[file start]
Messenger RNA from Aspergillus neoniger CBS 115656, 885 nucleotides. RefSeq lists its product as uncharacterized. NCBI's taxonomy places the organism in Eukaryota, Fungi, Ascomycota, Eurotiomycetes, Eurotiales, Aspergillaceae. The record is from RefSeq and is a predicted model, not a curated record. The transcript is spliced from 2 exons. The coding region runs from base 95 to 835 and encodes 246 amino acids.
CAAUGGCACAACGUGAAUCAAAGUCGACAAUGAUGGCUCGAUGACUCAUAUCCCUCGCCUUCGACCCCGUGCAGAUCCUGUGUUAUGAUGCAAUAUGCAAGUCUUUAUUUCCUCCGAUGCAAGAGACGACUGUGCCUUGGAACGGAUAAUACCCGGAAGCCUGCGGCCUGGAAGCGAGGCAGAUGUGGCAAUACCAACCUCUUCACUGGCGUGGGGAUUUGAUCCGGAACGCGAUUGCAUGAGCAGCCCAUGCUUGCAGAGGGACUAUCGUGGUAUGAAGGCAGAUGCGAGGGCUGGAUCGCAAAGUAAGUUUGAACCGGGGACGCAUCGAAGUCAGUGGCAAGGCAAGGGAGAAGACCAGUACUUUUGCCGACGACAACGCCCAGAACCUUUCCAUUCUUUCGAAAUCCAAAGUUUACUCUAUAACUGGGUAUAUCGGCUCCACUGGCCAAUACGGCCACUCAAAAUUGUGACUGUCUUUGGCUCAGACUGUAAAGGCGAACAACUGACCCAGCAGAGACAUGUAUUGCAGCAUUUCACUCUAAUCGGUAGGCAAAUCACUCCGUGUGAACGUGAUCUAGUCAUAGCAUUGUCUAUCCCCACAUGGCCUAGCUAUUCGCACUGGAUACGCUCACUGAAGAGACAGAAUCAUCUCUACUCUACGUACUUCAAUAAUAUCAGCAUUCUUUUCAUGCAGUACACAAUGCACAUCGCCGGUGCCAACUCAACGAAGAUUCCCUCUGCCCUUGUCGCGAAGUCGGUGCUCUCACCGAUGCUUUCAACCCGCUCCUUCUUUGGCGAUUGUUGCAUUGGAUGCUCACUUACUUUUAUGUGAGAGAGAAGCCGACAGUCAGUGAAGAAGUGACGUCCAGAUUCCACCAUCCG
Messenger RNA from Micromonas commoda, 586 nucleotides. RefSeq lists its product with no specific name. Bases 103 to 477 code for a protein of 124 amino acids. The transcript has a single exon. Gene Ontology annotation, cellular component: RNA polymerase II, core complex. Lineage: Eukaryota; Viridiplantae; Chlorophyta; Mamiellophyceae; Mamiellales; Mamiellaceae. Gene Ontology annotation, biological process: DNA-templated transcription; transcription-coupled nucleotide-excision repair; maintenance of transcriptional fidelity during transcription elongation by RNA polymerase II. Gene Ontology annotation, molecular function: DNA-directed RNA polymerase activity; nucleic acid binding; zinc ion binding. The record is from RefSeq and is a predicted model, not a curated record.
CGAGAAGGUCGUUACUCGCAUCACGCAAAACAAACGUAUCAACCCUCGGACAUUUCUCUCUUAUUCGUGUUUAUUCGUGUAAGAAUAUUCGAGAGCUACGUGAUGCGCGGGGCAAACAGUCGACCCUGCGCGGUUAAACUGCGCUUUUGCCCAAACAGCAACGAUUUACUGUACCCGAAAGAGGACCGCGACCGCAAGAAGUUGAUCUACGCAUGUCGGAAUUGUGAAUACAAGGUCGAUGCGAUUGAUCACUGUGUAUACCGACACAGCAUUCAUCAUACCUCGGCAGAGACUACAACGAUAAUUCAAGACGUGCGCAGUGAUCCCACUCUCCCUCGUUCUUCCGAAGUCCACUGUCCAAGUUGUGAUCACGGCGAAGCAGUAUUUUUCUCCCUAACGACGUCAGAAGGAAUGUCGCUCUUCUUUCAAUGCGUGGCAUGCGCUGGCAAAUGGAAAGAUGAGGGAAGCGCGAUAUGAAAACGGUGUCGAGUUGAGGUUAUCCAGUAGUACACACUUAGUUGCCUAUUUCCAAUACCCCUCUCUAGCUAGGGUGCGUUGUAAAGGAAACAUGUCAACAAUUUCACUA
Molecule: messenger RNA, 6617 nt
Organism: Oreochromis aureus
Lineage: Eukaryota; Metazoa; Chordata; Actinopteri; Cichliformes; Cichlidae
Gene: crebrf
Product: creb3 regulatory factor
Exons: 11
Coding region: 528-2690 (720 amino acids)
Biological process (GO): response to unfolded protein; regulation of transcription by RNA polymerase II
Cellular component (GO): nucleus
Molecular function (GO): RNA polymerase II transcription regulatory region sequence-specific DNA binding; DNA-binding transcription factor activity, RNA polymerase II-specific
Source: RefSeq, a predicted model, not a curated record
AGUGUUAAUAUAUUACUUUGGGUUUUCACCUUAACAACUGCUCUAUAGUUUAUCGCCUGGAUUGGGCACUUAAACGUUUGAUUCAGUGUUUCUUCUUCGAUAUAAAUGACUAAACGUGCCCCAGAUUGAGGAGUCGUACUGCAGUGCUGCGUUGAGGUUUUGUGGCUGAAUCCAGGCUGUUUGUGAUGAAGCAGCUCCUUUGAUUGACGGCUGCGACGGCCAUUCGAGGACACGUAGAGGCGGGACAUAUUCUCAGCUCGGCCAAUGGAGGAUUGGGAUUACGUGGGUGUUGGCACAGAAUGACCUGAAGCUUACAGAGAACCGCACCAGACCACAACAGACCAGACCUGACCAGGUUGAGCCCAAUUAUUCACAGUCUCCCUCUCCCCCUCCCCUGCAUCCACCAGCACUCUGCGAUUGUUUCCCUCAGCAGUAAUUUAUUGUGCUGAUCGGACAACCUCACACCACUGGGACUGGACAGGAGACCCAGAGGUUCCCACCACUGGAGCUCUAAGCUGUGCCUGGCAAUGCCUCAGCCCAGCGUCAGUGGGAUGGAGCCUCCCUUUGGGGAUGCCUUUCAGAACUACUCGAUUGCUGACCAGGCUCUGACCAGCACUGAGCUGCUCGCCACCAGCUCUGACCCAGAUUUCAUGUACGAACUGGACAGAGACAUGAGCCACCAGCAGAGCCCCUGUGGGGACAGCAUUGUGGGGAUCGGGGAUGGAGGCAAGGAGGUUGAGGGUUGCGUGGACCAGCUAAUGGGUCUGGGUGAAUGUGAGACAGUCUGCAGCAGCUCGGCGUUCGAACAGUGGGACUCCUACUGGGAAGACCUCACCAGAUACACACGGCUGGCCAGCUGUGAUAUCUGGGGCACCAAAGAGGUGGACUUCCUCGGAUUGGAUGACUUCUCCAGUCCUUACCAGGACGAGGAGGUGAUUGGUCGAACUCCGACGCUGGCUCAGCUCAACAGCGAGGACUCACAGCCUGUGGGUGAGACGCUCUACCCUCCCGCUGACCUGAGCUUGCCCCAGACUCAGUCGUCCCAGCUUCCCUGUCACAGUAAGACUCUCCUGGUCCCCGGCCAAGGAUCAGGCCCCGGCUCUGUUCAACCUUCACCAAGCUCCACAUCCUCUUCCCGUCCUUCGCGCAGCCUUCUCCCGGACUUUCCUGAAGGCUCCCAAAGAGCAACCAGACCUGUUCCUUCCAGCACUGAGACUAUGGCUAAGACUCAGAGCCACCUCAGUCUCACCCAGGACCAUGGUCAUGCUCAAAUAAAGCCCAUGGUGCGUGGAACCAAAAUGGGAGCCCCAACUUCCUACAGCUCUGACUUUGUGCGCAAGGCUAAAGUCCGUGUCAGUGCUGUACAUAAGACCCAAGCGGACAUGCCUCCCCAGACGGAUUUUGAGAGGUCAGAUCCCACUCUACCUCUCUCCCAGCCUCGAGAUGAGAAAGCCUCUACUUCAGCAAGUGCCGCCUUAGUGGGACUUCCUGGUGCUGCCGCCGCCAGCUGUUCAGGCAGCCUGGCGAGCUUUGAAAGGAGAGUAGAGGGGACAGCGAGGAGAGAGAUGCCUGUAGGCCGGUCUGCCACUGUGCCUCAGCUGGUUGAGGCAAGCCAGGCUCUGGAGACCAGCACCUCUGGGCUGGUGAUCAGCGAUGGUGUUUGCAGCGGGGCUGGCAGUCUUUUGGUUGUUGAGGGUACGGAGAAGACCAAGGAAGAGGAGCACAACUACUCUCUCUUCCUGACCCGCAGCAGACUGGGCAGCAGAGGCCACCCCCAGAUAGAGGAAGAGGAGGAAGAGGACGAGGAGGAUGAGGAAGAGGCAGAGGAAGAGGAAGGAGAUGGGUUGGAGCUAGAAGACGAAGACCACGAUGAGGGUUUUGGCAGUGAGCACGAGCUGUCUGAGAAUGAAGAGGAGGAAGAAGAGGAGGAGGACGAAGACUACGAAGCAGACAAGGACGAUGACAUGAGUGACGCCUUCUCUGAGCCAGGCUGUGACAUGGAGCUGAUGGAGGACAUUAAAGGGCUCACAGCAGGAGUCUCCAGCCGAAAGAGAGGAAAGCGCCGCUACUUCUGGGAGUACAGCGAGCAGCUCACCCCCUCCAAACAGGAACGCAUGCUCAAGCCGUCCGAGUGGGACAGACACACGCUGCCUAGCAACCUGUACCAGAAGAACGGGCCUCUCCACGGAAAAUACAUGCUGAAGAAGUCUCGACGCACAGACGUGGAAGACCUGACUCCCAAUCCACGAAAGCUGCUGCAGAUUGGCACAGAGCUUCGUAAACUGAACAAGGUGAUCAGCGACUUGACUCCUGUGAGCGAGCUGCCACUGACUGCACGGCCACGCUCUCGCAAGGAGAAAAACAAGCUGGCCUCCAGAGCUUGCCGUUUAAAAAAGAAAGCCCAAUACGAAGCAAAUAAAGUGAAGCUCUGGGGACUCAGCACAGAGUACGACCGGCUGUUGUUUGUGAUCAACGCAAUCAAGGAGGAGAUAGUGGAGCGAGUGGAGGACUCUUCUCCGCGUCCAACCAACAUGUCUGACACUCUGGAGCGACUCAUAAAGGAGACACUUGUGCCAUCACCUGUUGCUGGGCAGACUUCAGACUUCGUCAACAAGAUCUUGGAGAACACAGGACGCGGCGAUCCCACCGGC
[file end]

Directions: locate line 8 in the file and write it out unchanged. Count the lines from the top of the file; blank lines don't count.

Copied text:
Gene: crebrf